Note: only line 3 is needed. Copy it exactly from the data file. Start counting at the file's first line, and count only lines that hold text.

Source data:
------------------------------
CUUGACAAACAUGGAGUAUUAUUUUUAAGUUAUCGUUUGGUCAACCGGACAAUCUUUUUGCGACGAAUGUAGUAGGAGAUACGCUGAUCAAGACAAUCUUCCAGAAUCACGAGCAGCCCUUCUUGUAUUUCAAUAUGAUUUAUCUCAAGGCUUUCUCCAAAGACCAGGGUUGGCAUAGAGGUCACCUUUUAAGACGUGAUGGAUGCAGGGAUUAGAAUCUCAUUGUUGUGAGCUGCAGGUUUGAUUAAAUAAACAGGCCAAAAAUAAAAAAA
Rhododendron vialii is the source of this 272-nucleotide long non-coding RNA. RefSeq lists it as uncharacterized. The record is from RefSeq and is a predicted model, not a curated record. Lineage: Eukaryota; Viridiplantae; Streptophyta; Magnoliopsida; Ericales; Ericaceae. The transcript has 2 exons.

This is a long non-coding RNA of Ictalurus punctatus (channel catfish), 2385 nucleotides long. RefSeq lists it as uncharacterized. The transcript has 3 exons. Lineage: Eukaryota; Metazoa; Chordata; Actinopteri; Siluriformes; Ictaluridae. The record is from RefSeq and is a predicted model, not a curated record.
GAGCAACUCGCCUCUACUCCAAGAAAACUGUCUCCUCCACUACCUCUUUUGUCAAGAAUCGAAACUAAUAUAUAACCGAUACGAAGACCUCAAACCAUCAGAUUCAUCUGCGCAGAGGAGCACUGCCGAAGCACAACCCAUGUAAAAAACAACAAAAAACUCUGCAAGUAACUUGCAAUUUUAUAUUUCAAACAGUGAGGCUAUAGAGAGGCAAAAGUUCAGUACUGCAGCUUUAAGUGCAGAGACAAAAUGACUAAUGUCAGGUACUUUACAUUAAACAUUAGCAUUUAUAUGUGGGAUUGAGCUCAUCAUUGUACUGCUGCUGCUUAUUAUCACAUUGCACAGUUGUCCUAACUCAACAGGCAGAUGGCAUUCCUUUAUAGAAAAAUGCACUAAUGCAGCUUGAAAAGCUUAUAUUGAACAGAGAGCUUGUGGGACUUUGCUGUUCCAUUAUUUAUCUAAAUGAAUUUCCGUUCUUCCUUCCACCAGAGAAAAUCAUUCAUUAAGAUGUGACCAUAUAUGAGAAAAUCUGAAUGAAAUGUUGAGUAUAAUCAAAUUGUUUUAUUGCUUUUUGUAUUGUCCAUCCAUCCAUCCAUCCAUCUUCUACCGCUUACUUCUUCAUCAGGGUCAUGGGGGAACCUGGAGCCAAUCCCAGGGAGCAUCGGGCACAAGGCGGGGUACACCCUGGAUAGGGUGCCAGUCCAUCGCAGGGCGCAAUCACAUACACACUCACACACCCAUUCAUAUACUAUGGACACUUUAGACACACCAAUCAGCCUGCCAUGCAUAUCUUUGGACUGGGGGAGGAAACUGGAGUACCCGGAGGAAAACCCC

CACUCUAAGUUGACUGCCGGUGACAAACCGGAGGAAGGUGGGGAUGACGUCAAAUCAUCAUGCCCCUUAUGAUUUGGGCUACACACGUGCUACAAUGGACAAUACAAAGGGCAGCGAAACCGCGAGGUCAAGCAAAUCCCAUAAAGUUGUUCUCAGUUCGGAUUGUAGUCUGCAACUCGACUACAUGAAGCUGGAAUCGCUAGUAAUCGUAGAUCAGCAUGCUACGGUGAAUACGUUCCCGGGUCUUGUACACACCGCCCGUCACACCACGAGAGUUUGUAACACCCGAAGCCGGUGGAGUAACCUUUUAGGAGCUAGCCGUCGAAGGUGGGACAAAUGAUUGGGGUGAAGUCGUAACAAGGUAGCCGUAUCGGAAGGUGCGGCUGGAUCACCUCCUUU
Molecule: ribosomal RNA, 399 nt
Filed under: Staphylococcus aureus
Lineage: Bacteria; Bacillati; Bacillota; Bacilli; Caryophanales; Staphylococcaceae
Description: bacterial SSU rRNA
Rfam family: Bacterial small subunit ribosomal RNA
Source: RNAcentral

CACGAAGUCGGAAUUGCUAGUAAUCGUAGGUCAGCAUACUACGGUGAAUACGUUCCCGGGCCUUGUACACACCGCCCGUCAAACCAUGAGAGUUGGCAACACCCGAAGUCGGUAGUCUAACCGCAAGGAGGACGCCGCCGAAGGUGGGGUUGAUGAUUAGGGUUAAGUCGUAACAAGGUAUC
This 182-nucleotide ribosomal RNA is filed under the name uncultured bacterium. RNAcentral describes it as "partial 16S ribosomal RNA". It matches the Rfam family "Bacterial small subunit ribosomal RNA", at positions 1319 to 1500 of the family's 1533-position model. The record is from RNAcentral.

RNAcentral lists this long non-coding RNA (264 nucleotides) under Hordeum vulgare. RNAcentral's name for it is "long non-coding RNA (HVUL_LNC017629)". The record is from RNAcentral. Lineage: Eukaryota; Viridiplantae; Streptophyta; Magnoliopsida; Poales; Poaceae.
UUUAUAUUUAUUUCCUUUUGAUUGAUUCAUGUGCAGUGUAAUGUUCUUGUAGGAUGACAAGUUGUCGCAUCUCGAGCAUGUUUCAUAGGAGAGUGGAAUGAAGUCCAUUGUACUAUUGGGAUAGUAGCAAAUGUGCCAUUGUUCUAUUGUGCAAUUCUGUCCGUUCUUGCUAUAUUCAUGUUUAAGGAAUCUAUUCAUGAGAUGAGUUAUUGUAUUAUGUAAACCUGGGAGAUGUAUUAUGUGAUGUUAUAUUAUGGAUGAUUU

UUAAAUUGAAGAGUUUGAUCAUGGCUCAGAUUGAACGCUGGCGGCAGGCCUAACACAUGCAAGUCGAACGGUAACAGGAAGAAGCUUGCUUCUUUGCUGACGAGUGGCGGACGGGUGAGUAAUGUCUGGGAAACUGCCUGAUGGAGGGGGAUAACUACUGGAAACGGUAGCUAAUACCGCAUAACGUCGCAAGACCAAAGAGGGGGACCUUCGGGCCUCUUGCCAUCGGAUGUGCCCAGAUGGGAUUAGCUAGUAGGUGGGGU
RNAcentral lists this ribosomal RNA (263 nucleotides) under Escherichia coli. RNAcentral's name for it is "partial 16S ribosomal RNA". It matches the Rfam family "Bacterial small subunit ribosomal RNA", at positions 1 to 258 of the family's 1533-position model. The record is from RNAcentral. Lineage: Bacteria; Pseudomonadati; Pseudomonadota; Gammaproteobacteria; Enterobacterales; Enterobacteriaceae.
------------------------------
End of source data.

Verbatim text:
This is a long non-coding RNA of Ictalurus punctatus (channel catfish), 2385 nucleotides long. RefSeq lists it as uncharacterized. The transcript has 3 exons. Lineage: Eukaryota; Metazoa; Chordata; Actinopteri; Siluriformes; Ictaluridae. The record is from RefSeq and is a predicted model, not a curated record.